September 30, 2016

Suffering because of His Story

Now I rejoice in my sufferings for your sake, and in my flesh I am filling up what is lacking in Christ’s afflictions for the sake of his body, that is, the church, of which I became a minister according to the stewardship from God that was given to me for you, to make the word of God fully known, the mystery hidden for ages and generations but now revealed to his saints. (Colossians 1:24–26)

The New Testament says that Paul sometimes says things “hard to be understood” and this is one of them. One commentary says there are at least nine different interpretations of what he means by filling up what is lacking in Christ’s afflictions.

As I read them, I picked one, discovering that the author of that commentary also focused on the same understanding. Here is a simple interpretation . . .

Jesus’ work is finished. He told His disciples that they would suffer the same things as He suffered, but in our case, we are not doing what Jesus did — as in dying to redeem lost souls. We suffer because many people do not like hearing the gospel. Paul was suffering because he preached the gospel, and because many thought the good news was not good news if they had to admit themselves as sinners.

However, not every Christian suffers as Paul did. Most of us hide in our safe places rather than risk the suffering that happens to those who are determined to make the Word of God fully known. Instead of revealing the mystery that has been made known to us, we are afraid of the hits we will take because of it.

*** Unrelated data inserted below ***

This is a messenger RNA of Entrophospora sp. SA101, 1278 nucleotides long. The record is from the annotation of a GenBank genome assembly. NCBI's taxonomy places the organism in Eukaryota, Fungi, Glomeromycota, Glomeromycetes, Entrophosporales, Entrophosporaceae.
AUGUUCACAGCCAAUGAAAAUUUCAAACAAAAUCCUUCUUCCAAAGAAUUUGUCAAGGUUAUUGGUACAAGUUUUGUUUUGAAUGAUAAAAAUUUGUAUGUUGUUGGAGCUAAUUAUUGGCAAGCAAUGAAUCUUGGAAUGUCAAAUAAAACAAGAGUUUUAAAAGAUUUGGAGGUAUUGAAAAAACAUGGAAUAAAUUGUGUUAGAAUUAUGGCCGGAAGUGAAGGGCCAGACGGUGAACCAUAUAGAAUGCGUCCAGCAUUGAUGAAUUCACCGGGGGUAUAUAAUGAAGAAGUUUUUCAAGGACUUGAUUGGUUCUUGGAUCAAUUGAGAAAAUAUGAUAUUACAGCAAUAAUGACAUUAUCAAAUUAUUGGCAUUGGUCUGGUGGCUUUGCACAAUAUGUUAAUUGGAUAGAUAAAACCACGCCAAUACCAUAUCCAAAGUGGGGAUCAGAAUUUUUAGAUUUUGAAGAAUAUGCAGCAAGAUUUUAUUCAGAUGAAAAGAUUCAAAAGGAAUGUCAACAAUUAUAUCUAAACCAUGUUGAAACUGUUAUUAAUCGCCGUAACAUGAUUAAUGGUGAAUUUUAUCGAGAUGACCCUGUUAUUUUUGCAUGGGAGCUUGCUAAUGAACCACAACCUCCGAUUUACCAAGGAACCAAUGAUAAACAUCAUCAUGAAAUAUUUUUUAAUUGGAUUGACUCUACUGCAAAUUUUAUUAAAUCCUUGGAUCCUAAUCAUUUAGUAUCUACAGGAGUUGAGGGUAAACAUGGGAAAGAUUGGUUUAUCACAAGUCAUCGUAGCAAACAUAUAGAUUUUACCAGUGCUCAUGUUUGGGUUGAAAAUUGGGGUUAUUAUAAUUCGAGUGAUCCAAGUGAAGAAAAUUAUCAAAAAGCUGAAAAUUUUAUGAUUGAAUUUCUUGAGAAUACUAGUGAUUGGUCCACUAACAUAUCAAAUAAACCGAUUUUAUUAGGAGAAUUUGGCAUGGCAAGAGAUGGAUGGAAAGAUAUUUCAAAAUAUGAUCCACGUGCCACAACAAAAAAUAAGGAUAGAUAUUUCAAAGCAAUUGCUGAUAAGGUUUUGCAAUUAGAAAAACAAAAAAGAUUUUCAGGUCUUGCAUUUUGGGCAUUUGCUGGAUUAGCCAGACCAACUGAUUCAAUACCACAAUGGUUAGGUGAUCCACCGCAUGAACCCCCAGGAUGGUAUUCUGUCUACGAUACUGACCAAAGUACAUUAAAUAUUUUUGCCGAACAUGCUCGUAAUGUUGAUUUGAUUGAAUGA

Chambers uses the metaphor of wine-making to explain what God must do to squeeze the best out of us. He uses this passage to describe the necessity of being crushed before we are willing to fully serve God. However, I don’t think that is the suffering Paul is talking about. He had been crushed and was serving as a minister of the gospel. Instead, he suffered in order that the body of Christ, which is the church, might experience the benefits of more fully knowing the Word of God.

In my studies, I’m becoming more aware of the big picture of God’s plan. His story is remarkable. It begins with creation, then sin, then redemption, and will culminate in the return of Jesus Christ. Our part is to tell the story, to make known what God is doing in history. However, humanity has come up with theories and conclusions that run contrary to God’s story — it does not appeal to them or they are blinded by sin to its truth.

In that darkness, God’s light is uncomfortable to say the least. Many will try to shut it out or at least silence those who tell the story. For Paul, this meant suffering. All God’s messengers will suffer. It is part of the story. We suffer something like Jesus did, but it not fully like it. He suffered for our sin, but Christians suffer for the sake of the story.

Yet Paul also says “for your sake” and to “fill up what is lacking in Christ’s afflictions for his body.” I understand that to mean that not all Christians were on the same trajectory as Paul. The ‘what is lacking’ likely points to the failure of some to ‘get with the program.’ However, he was glad to suffer for their sake and in their place. What he did would make up for what they had failed to do. In this way, his suffering was like that of Jesus because Jesus also suffered to make up for what we could not do — be holy people.